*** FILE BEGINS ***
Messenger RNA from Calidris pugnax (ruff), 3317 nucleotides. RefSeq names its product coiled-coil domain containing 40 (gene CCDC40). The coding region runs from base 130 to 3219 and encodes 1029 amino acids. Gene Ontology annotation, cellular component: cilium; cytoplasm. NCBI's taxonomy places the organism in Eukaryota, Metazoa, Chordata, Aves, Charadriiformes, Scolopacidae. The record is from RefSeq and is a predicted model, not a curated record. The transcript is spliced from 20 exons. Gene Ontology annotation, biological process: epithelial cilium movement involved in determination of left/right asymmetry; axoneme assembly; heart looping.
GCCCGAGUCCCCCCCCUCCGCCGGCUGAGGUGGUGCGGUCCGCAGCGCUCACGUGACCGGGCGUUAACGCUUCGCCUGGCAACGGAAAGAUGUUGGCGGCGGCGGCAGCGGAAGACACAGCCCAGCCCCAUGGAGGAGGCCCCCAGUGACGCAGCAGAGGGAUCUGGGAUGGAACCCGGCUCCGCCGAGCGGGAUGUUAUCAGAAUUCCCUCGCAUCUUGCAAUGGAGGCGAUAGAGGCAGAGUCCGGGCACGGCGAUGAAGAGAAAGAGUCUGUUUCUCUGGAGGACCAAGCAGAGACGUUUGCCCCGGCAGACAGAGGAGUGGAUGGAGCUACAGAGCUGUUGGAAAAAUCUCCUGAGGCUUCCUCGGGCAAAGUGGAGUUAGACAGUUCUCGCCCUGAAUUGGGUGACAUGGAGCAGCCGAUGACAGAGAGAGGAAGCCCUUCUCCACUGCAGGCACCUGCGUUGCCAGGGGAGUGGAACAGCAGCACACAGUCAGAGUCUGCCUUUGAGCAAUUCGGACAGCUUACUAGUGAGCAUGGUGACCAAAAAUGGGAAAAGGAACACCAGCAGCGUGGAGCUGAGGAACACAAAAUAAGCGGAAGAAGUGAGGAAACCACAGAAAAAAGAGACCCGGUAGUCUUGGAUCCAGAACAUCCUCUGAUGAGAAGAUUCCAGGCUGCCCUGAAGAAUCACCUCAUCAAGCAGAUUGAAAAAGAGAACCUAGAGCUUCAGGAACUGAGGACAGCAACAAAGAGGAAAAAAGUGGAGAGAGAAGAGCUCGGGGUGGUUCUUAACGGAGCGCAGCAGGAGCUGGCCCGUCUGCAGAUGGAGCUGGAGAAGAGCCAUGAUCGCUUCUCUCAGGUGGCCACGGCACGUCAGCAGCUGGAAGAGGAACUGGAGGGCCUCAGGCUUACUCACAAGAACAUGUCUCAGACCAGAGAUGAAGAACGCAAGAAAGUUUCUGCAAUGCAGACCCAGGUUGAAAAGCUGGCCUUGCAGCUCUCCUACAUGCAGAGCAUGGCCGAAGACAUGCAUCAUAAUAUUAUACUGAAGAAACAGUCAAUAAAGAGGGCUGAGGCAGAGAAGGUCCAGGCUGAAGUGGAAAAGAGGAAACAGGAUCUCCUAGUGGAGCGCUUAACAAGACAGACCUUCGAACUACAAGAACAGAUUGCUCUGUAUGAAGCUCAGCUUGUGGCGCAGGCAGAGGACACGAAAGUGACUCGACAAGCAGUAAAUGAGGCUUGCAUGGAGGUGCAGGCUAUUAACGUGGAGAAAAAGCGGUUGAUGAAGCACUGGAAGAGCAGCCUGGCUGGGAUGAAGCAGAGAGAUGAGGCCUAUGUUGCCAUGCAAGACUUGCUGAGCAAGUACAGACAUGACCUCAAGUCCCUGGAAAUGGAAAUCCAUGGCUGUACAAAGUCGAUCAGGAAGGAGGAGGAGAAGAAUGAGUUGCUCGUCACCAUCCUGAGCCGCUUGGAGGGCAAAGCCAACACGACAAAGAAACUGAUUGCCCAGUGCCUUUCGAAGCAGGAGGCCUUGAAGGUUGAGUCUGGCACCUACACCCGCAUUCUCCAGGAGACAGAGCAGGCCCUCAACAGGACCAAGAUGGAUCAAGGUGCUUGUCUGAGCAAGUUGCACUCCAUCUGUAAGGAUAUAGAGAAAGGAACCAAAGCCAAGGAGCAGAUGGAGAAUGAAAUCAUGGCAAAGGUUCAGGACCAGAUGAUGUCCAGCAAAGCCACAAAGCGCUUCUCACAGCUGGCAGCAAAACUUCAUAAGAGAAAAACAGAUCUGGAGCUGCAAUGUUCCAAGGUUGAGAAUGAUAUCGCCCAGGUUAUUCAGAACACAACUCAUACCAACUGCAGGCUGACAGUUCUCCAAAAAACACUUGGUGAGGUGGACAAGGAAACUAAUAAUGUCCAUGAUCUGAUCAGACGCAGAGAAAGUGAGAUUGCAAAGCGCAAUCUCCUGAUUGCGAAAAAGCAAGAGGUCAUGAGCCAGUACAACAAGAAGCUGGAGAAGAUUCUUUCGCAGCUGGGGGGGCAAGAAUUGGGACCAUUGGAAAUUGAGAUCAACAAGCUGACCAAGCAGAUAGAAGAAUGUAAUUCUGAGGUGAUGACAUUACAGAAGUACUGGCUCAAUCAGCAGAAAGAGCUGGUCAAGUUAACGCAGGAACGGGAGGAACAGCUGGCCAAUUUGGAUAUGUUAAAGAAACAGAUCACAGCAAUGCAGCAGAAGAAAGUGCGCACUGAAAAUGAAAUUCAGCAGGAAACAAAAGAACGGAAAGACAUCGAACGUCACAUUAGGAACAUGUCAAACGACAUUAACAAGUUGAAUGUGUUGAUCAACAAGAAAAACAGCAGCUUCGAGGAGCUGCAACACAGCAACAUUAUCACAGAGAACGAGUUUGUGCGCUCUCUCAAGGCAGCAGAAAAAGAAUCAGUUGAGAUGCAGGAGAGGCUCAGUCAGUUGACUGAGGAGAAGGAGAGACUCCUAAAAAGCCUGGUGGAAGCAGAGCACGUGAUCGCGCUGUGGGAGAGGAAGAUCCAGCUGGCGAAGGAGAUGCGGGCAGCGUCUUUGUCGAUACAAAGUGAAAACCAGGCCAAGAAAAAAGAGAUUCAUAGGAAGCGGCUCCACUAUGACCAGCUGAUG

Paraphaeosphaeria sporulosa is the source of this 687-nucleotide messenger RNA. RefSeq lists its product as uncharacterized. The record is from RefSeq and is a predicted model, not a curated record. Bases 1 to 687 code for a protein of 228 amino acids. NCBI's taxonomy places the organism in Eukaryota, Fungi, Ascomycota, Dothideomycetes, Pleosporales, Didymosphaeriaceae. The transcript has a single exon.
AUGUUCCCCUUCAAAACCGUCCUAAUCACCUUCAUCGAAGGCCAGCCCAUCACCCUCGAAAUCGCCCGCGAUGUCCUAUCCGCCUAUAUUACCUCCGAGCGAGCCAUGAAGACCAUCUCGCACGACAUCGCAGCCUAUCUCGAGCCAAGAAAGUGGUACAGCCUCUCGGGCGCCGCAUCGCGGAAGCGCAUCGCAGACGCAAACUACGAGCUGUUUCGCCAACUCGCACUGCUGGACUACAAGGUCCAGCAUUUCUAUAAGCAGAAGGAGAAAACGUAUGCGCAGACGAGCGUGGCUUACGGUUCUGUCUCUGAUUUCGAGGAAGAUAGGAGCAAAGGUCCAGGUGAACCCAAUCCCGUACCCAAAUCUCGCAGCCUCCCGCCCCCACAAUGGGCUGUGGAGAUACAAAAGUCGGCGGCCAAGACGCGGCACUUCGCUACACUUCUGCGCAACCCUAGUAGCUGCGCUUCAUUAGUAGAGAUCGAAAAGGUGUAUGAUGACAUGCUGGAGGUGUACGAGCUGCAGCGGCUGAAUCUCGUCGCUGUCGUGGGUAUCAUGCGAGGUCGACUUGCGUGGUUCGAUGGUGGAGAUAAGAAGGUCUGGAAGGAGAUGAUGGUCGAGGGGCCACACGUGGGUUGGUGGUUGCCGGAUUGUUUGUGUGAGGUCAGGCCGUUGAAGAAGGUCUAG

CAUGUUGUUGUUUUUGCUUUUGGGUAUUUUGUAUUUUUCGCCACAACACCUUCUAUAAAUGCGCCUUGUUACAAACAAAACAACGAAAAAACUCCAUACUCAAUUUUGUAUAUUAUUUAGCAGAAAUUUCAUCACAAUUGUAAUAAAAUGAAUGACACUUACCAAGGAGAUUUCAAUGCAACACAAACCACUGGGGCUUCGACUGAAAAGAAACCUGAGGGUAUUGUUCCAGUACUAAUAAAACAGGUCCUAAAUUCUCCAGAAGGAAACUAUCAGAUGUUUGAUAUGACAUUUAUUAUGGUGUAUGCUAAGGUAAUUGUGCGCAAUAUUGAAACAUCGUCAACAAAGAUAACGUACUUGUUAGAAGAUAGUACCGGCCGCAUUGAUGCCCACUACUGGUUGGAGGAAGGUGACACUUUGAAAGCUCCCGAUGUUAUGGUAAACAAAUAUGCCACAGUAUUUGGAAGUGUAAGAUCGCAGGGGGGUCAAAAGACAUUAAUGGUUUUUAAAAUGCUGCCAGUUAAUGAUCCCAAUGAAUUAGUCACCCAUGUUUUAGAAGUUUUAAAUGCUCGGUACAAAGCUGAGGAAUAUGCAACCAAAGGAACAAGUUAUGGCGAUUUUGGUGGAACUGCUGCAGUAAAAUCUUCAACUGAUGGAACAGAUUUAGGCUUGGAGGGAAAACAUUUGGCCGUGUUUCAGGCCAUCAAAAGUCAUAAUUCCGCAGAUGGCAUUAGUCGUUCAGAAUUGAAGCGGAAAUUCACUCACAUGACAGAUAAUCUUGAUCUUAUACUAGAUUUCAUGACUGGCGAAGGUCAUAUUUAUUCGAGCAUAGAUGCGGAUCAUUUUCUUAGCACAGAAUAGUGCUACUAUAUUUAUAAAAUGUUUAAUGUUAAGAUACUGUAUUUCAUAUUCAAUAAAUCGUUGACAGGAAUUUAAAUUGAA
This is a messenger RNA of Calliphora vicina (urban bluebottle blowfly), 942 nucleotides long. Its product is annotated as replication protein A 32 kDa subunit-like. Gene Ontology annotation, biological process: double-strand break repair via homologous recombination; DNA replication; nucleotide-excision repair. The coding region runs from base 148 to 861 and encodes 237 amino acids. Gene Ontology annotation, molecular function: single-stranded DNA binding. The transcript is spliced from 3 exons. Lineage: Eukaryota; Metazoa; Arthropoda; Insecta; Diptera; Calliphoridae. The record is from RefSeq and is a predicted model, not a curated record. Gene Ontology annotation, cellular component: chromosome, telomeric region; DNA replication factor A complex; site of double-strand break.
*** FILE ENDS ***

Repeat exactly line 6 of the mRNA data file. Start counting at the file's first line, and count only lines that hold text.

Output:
This is a messenger RNA of Calliphora vicina (urban bluebottle blowfly), 942 nucleotides long. Its product is annotated as replication protein A 32 kDa subunit-like. Gene Ontology annotation, biological process: double-strand break repair via homologous recombination; DNA replication; nucleotide-excision repair. The coding region runs from base 148 to 861 and encodes 237 amino acids. Gene Ontology annotation, molecular function: single-stranded DNA binding. The transcript is spliced from 3 exons. Lineage: Eukaryota; Metazoa; Arthropoda; Insecta; Diptera; Calliphoridae. The record is from RefSeq and is a predicted model, not a curated record. Gene Ontology annotation, cellular component: chromosome, telomeric region; DNA replication factor A complex; site of double-strand break.